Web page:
The Court of Appeals was asked to reconsider, but refused to reconsider the decided case, Bi-Economy Market, Inc. v. Harleysville Insurance Co. of New York, 10 N.Y.3d 187 (decided February 19, 2008). The case involved two Rochester businessmen, Joe Inclema and Tom Caracci, who co-owned the former Bi-Economy Meat Market that had been located at 175 Jay Street, Rochester, NY. On October 19, 2002, the Bi-Economy Market caught fire and was badly damaged, causing business operations to cease.

After the fire, Inclema and Caracci presented their property losses, business equipment losses, and business income losses to their insurer, Harleysville. But, as alleged by these business owners, Harleysville proceeded to breach the insurance contract by refusing to timely adjust the claims, by employing delaying tactics, and by presenting under-valued offers, all to the ultimate demise of the business which never could resume operations.

The Court of Appeals held that Bi-Economy’s owners could state a claim for breach of contract and seek recovery of foreseeable consequential damages, in Bi-Economy’s case, the value of the lost business. This is a ground-breaking decision in the realm of first party insurance because, for the first-time, the State’s highest court has recognized that insurers are exposed to liability for extra-contractual consequential damages outside of the coverage limits of the insurance policy.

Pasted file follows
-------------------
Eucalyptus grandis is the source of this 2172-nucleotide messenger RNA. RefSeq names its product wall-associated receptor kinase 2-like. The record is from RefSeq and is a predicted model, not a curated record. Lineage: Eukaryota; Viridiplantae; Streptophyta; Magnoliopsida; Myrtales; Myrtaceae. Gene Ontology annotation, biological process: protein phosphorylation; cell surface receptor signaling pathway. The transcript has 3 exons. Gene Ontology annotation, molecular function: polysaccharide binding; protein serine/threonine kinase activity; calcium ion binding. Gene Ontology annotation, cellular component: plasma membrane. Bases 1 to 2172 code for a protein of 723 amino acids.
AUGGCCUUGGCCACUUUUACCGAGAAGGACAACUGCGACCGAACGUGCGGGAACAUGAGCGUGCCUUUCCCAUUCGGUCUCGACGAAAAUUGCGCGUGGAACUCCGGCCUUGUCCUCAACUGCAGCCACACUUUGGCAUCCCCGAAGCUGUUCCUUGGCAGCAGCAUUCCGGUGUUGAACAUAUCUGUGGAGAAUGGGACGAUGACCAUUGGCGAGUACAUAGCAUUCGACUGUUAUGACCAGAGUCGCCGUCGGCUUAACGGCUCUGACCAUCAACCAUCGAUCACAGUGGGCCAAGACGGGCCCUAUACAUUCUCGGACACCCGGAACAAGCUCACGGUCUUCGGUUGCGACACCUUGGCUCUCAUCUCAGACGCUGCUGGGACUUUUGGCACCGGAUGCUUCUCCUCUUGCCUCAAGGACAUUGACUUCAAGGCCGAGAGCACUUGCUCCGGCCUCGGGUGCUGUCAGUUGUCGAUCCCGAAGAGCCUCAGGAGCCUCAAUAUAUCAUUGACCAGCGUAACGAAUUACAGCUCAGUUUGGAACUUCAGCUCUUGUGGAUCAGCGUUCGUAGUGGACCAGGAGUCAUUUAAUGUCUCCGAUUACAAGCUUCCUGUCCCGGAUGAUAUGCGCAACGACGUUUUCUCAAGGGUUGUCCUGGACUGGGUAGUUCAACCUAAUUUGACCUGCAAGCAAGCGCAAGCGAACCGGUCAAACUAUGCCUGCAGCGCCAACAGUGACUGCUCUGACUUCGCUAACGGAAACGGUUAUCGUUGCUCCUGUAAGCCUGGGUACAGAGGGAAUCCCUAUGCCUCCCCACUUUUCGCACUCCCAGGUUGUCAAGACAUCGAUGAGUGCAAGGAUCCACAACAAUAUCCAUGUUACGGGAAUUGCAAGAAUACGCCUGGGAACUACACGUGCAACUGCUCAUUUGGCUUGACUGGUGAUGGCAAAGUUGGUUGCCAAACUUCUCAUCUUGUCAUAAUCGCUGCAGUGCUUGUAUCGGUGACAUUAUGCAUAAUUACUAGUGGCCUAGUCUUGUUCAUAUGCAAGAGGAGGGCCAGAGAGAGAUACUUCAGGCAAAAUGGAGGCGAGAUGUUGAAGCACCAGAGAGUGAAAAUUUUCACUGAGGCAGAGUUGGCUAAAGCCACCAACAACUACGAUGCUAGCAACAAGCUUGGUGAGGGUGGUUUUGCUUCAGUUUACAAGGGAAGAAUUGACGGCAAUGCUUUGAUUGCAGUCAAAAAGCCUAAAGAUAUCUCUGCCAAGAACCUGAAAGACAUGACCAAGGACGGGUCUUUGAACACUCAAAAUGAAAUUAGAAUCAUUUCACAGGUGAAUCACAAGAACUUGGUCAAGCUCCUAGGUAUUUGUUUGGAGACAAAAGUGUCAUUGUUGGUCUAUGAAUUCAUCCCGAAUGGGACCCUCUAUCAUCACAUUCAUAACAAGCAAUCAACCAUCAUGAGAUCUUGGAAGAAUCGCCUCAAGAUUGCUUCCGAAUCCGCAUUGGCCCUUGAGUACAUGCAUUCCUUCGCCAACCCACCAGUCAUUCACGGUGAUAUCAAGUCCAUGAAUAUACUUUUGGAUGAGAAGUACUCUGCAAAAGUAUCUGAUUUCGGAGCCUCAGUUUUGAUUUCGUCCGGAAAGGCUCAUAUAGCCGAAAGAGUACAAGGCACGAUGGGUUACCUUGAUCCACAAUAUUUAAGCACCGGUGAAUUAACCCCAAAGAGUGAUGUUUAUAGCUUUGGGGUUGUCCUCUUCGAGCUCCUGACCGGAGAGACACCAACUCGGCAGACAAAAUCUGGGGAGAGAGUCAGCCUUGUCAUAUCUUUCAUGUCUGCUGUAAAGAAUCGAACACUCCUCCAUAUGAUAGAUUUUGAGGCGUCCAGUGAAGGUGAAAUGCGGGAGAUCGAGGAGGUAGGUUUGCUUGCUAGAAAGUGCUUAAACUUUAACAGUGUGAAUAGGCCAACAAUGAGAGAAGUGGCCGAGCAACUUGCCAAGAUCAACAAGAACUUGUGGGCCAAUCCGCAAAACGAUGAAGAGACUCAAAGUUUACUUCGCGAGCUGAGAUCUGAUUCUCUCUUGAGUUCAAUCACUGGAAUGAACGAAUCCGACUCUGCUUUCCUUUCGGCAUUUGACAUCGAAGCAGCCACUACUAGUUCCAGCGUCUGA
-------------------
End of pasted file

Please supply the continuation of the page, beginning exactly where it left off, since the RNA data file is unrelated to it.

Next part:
The holding in Bi-Economy Market, Inc. v. Harleysville Insurance has already found application in first-party insurance disputes of other types, and may find application in any case where a policyholder suffers foreseeable harm beyond the sole measure of benefits to which he is entitled under his policy of insurance. A downstate Appellate Court, citing to the Bi-Economy decision, recently ruled that a policy holder denied disability insurance benefits could amend his complaint against the disability insurer to claim bad faith conduct and consequential damages. Hoffman v. Unionmutual Stock Life Ins. Co. of New York, 2008 Slip Op. 04318 (decided May 6, 2008).

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The June 5, 2008 ruling by the Court of Appeals in denying Harleysville’s motion for re-argument signals both that the majority of the Court strongly believes that New York policyholders should have a standard breach of contract remedy that virtually all other contracting parties enjoy, and that the principles espoused in Bi-Economy’s case should reach beyond commercial fire policies to other types of first-party insurance contracts, despite arguments by the insurance industry that the holdings of the Bi-Economy case should be limited to business owners’ policies.

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